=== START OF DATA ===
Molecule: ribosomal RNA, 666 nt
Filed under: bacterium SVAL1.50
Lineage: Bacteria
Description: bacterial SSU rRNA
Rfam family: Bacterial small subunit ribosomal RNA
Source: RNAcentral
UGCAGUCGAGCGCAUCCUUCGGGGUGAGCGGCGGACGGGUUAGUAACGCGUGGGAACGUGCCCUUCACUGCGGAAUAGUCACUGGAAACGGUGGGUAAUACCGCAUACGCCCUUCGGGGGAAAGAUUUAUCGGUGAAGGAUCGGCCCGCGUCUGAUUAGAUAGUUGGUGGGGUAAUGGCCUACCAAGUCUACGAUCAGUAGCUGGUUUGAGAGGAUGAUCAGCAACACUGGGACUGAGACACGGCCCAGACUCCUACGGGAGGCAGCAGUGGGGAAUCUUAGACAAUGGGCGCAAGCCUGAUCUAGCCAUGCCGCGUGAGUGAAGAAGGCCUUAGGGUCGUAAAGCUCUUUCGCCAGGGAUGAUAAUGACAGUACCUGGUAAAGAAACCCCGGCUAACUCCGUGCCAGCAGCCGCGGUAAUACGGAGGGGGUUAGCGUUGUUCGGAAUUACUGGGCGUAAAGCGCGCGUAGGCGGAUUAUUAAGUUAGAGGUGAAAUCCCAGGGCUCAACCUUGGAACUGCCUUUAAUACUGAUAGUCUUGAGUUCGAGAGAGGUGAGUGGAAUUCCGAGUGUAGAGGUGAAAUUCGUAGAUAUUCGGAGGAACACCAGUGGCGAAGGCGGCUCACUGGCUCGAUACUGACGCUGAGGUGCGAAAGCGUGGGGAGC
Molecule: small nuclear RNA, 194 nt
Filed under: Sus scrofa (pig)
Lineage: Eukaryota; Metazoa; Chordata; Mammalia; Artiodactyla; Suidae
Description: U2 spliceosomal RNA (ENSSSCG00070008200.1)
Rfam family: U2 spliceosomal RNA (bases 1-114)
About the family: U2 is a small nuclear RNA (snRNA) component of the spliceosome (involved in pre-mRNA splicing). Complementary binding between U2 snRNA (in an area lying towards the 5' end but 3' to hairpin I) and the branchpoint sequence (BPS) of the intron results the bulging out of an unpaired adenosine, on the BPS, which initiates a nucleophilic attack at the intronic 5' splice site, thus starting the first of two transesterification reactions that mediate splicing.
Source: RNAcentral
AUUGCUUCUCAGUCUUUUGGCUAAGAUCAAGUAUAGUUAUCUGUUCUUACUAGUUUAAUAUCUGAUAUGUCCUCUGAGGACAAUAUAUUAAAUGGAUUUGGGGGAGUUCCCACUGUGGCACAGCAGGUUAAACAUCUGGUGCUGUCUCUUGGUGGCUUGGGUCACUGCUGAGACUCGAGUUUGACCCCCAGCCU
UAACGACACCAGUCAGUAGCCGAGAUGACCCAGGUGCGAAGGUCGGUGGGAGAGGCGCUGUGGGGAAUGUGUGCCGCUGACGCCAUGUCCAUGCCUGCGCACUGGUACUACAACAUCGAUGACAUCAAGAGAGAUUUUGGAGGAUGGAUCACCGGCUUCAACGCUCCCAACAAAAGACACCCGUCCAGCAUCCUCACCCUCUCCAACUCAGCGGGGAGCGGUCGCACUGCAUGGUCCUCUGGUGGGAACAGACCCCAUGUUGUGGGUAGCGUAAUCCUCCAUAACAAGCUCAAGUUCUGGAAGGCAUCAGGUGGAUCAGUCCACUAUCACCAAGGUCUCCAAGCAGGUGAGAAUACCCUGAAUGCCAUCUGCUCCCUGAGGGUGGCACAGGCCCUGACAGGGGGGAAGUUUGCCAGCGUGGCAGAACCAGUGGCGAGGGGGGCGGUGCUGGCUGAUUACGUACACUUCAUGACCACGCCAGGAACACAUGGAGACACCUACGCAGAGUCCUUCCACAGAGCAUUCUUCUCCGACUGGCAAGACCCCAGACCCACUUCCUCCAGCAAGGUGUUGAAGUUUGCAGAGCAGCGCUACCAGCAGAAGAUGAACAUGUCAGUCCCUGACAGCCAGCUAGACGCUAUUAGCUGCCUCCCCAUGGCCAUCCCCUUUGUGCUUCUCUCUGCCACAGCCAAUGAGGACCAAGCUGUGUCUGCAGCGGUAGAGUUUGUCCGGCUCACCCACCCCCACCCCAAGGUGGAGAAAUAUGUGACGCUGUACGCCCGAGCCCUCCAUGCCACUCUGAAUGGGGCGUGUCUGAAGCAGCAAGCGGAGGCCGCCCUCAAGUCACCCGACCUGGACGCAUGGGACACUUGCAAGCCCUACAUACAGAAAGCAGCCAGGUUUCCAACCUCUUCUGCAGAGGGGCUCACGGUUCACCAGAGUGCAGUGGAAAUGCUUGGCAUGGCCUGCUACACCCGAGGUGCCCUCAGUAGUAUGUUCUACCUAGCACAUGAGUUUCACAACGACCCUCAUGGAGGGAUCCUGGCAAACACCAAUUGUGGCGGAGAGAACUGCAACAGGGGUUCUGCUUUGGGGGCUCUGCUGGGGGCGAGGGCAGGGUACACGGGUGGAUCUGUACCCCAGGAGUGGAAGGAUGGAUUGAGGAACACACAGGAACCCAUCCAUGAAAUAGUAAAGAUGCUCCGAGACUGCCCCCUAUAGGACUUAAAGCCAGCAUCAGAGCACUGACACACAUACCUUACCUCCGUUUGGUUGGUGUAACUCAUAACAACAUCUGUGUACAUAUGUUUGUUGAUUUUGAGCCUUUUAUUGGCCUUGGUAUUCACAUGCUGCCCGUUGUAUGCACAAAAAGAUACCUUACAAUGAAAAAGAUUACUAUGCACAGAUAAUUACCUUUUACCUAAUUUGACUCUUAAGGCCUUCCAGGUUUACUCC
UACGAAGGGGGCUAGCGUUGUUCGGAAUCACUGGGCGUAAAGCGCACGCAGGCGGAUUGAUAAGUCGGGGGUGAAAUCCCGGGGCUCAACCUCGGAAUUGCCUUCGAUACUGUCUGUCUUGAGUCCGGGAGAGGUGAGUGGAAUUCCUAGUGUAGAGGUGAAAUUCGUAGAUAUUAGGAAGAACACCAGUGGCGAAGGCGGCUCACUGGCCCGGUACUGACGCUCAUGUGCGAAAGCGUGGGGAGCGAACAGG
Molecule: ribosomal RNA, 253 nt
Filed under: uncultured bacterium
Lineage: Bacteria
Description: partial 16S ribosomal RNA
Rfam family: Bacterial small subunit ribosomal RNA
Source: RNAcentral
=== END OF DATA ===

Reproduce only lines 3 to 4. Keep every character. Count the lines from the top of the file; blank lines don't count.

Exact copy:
Lineage: Bacteria
Description: bacterial SSU rRNA